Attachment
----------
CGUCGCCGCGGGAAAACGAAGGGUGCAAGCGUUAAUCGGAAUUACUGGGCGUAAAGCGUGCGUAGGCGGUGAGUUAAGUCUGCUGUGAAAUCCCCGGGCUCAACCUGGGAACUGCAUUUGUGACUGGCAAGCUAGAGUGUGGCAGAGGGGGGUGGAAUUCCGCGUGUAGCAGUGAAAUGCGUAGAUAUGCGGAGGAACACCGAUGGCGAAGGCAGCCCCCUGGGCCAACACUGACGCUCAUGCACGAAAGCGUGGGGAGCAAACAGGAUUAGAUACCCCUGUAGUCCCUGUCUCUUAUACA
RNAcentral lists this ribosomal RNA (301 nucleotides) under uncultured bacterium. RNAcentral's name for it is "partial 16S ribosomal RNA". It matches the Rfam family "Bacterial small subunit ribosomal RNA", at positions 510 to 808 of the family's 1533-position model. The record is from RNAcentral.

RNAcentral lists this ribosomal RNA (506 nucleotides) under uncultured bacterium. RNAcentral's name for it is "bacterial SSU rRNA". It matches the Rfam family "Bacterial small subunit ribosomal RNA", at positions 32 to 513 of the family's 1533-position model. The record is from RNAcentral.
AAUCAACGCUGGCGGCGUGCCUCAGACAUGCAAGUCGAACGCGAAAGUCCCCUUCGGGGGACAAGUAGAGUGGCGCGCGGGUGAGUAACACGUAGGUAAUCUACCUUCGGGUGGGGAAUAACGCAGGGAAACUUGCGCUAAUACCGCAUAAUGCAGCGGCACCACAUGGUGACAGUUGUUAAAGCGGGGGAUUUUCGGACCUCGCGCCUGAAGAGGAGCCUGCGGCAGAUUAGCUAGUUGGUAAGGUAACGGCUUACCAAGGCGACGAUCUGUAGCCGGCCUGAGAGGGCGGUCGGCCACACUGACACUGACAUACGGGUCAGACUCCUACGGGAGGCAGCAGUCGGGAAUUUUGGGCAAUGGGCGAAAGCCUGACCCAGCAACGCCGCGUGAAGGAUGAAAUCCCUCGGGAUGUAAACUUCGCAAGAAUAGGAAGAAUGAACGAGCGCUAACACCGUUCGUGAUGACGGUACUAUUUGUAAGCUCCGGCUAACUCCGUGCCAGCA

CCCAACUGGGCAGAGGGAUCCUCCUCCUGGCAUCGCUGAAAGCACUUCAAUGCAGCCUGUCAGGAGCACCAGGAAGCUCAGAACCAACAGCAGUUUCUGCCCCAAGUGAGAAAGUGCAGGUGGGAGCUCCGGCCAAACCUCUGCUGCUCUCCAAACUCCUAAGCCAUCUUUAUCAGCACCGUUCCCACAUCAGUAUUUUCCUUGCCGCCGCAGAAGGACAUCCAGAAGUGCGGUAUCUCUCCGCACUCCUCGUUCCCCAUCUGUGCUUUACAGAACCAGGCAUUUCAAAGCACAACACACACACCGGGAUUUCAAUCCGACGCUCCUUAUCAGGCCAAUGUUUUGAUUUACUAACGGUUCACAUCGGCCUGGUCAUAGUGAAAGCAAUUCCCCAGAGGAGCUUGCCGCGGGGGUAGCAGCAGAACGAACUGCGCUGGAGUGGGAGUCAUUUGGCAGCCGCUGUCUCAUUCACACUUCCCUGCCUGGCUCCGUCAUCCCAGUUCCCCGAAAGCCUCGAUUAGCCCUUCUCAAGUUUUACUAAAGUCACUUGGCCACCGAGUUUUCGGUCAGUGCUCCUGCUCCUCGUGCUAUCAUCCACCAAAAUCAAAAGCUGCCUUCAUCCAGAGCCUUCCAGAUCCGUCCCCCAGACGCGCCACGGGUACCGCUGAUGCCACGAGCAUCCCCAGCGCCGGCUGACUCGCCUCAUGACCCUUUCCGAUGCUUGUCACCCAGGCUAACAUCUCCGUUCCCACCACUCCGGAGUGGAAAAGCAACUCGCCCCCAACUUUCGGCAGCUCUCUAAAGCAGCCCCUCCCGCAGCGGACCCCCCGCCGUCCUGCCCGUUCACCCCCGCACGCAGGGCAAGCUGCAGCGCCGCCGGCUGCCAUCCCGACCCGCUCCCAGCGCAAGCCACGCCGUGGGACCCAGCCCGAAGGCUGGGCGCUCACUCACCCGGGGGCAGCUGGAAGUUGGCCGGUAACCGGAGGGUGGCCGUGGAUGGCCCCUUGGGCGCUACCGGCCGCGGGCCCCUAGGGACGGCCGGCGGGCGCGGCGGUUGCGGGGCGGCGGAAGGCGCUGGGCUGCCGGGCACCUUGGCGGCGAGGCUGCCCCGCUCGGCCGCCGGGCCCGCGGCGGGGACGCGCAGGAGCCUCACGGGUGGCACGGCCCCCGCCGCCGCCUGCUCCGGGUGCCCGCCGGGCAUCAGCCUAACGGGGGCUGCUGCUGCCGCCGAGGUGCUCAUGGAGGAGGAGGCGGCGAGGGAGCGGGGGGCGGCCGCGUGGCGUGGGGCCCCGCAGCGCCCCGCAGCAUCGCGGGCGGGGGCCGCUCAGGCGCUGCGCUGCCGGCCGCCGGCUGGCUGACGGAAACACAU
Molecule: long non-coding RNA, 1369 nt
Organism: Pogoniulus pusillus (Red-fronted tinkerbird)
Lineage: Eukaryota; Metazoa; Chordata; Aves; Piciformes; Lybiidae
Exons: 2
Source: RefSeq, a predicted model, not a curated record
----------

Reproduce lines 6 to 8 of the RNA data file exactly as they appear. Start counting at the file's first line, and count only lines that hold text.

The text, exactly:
Molecule: long non-coding RNA, 1369 nt
Organism: Pogoniulus pusillus (Red-fronted tinkerbird)
Lineage: Eukaryota; Metazoa; Chordata; Aves; Piciformes; Lybiidae